In a previous post,
I wrote about Lesson Capture being used as a way of recording lessons for pupils to view afterwards. This was as a way of providing pupils with additional learning opportunities, the chance to catch up on anything in a lesson they may have missed and a chance for absent pupils to avoid missing out all together on a lesson. This approach would also be useful for pupils as they approach revision and exam periods as the recorded lessons can be viewed as an aid to revision.
In this post, I want to look at another use of lesson capture, one which might have a more profound effect upon class teaching.
When we approach a new subject or topic, we know that we have to introduce it to the pupils. Quite often this will involve giving over a session, in part or as a whole, to the introduction. The introduction is often the easiest part, though of course some pupils always take longer than others to understand it. It is often, though, the more advanced or in depth study of the subject which requires more time and more teacher support.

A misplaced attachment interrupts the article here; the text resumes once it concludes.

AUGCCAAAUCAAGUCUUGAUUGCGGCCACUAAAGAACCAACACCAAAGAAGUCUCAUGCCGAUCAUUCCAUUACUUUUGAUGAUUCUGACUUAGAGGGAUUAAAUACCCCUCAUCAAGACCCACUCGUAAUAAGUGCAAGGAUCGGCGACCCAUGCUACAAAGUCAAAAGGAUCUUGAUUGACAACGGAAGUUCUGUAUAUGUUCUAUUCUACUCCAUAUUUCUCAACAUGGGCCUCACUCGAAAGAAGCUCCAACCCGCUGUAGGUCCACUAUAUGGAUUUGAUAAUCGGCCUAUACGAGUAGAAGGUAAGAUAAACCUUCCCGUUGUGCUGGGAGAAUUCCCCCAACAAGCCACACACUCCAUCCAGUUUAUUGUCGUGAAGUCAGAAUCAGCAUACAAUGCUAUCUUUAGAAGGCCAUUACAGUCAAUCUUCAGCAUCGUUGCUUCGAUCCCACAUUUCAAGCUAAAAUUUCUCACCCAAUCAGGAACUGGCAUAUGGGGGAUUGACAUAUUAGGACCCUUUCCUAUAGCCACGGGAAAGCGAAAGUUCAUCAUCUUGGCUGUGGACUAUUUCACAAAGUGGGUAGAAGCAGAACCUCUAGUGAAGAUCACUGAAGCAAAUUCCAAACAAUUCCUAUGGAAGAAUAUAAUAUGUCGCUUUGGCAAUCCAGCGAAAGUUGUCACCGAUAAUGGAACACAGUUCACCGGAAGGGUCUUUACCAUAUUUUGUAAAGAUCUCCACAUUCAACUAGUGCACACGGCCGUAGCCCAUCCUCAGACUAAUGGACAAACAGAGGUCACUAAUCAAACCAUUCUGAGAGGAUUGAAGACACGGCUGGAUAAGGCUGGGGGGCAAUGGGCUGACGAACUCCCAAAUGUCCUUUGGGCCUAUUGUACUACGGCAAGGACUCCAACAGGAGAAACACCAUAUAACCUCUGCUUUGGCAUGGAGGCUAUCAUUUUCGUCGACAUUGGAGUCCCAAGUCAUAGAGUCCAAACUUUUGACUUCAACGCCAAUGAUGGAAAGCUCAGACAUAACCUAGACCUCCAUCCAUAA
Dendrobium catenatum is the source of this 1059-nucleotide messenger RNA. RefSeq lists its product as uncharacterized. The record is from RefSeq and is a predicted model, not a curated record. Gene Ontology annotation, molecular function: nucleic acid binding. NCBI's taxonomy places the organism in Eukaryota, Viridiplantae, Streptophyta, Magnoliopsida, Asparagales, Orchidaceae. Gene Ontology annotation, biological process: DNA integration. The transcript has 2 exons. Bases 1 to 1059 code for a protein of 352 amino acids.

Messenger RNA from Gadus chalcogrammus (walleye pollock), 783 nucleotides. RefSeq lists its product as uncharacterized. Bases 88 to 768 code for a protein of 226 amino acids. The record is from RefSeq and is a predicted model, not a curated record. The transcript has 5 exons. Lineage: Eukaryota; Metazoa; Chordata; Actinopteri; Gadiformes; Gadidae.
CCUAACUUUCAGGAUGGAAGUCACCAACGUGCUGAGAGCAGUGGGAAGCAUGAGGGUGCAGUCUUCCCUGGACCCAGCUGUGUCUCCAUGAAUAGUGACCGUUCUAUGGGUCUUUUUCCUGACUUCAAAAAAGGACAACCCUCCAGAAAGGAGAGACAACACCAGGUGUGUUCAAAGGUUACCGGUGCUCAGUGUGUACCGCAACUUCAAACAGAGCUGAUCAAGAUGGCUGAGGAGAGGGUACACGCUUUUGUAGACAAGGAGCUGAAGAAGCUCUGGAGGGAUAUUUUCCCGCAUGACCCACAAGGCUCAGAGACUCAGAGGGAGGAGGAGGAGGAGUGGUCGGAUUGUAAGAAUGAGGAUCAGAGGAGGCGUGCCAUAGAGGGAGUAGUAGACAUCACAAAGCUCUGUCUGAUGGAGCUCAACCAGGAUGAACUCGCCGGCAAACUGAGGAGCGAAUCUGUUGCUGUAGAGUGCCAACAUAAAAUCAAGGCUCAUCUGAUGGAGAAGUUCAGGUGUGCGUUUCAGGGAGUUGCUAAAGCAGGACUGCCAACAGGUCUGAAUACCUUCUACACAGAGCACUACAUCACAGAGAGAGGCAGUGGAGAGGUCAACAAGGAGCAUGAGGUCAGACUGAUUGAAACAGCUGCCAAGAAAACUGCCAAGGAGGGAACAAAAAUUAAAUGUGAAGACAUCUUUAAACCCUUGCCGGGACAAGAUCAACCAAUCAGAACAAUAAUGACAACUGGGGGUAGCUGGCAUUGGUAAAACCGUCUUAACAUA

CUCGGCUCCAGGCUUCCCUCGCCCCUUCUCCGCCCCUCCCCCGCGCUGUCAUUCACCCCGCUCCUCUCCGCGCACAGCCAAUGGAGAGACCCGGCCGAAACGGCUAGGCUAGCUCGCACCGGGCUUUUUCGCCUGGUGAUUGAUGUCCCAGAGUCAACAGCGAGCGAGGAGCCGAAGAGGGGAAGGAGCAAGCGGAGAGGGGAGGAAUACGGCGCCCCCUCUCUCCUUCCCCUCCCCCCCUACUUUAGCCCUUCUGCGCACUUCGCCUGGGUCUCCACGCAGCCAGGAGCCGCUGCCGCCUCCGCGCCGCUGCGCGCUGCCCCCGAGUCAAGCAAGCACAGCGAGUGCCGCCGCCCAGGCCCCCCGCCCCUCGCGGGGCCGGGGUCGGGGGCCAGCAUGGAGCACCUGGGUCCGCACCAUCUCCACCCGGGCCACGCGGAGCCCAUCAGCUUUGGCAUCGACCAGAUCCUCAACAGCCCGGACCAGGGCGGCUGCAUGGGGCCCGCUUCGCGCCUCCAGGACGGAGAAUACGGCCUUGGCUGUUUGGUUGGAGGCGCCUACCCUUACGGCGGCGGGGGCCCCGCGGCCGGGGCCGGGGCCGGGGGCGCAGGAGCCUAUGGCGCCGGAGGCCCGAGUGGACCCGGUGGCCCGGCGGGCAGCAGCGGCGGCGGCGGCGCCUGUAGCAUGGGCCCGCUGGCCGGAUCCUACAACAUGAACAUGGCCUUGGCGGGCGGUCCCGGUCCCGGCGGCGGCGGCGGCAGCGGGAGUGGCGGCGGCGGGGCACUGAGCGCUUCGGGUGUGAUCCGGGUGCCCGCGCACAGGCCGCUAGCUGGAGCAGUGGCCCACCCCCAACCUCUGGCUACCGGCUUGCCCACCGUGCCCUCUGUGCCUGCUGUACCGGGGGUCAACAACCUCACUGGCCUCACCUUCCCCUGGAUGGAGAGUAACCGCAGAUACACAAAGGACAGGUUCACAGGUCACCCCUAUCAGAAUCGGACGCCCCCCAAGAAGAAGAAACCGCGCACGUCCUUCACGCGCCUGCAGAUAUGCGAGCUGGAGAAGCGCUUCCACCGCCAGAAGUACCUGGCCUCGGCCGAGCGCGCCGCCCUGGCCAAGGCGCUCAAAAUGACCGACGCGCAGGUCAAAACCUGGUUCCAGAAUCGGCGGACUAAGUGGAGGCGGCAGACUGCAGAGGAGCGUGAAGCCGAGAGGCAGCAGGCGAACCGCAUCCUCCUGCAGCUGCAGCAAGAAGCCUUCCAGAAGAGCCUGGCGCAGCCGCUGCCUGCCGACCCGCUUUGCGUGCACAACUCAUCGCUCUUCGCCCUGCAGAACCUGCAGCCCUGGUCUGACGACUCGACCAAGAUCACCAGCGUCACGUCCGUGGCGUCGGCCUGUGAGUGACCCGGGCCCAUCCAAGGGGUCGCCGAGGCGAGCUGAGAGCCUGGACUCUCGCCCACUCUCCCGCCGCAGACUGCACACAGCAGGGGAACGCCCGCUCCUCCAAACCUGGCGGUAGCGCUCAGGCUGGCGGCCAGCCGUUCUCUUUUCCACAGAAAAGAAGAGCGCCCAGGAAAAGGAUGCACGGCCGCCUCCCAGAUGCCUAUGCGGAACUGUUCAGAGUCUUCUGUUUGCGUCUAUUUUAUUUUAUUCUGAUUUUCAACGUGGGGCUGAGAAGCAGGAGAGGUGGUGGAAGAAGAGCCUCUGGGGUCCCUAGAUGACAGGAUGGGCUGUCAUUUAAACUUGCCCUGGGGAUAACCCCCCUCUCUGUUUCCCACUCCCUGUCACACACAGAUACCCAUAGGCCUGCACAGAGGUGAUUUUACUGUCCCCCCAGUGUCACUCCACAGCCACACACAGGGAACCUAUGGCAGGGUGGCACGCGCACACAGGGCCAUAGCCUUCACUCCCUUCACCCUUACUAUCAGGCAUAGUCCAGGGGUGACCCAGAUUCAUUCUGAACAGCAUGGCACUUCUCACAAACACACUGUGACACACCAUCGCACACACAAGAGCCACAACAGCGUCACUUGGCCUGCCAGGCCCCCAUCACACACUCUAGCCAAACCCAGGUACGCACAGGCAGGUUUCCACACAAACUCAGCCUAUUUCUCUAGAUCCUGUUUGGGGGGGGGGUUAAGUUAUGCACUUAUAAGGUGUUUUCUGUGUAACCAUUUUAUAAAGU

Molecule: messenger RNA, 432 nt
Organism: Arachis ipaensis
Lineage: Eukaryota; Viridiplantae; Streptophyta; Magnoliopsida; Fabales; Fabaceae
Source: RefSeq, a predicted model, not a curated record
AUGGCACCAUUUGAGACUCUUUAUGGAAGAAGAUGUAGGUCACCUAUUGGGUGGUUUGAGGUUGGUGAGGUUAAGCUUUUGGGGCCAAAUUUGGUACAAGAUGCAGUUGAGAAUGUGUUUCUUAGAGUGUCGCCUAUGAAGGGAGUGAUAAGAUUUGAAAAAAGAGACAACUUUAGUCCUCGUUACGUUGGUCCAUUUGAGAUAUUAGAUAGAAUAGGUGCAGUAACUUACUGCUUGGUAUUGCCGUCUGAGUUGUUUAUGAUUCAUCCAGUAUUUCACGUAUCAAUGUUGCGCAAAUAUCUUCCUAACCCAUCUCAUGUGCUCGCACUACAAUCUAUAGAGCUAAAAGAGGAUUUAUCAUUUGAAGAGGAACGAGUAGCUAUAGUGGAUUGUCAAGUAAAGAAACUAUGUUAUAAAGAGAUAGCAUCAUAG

Wouldn’t it be great if the pupils could go away and study the introductory part on their own and then allow more lesson time to be devoted to supporting deeper study? I feel that lesson capture can be a tremendous help in allowing this. If an introductory session could be captured and the pupils (including the pupils in subsequent years) be directed to watch the recording as, say, homework, then the pupils will come to the lesson with prior knowledge of the subject/topic and, thereby, allow greater lesson time and teacher support to be given to more in depth study.
To some teachers, this may be a new idea but there are others who have already successfully tried it as part of an approach known as ‘flipping the classroom’. Doing an internet search for that phrase will turn up a wealth of resources but the following links could be a good place to start if you want to understand more about the concept of the flipped classroom.